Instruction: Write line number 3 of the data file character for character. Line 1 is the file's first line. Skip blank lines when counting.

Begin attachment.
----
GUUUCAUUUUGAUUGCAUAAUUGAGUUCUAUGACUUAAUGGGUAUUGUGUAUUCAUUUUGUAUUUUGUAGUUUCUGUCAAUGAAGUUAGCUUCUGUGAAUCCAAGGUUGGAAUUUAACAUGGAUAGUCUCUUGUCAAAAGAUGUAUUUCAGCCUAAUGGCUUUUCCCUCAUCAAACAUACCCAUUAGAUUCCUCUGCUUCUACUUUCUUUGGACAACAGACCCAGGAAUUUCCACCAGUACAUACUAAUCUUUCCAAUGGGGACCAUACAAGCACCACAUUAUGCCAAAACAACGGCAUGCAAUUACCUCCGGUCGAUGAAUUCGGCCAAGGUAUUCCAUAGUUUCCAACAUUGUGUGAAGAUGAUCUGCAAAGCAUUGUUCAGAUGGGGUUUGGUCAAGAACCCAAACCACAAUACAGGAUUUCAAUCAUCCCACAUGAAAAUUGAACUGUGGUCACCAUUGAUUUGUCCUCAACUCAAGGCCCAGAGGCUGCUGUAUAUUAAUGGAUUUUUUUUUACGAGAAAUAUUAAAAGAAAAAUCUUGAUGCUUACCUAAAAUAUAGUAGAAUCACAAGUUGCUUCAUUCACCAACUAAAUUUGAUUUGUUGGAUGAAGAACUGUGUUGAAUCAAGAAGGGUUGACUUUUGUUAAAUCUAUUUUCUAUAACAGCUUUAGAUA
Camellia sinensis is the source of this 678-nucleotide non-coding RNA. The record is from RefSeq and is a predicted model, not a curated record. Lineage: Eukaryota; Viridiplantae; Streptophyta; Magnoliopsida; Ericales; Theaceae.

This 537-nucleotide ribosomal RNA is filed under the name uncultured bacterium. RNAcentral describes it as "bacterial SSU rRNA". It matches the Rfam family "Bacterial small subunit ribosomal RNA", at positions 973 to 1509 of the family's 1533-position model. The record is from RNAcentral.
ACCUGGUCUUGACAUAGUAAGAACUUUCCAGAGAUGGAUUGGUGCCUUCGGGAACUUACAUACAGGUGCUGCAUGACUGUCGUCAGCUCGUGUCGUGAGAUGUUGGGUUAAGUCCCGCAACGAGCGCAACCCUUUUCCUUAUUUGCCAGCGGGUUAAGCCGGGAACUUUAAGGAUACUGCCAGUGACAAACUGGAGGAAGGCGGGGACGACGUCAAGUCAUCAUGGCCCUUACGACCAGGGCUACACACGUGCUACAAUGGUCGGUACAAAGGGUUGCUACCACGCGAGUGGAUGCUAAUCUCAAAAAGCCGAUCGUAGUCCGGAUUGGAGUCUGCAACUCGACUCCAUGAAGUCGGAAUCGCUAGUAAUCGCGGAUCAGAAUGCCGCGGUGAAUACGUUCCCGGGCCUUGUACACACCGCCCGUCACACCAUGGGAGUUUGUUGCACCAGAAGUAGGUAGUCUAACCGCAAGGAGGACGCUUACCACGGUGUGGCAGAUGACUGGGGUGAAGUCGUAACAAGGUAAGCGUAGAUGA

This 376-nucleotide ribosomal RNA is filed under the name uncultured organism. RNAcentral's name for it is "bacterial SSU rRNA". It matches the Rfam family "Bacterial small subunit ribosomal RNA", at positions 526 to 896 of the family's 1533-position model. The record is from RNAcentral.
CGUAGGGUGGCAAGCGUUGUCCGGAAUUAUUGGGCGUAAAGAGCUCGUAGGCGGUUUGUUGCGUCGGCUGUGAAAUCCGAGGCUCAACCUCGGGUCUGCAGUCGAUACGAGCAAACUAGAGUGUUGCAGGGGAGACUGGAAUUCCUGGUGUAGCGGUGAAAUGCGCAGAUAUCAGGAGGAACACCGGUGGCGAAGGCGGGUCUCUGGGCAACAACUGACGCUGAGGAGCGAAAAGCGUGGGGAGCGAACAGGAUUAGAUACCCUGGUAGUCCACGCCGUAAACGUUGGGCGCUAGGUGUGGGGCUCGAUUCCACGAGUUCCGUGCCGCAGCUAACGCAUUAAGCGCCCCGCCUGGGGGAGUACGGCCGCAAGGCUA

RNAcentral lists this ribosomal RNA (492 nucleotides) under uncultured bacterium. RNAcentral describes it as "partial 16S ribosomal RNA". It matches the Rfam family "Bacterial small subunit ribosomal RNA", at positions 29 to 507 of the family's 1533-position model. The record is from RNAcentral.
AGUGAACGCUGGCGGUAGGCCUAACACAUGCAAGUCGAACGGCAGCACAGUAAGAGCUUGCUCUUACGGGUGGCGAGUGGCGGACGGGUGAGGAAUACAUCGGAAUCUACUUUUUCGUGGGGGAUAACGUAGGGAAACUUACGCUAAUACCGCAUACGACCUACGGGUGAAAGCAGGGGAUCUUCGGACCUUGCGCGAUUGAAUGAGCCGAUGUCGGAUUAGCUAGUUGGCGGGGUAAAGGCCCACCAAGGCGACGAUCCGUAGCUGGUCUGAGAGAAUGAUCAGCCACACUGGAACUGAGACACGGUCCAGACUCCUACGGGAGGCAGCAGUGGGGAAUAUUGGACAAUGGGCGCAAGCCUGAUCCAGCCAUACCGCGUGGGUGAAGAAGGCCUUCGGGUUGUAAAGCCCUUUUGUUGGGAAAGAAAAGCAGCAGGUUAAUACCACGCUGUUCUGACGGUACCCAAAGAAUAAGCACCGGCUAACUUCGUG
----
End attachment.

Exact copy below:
This 537-nucleotide ribosomal RNA is filed under the name uncultured bacterium. RNAcentral describes it as "bacterial SSU rRNA". It matches the Rfam family "Bacterial small subunit ribosomal RNA", at positions 973 to 1509 of the family's 1533-position model. The record is from RNAcentral.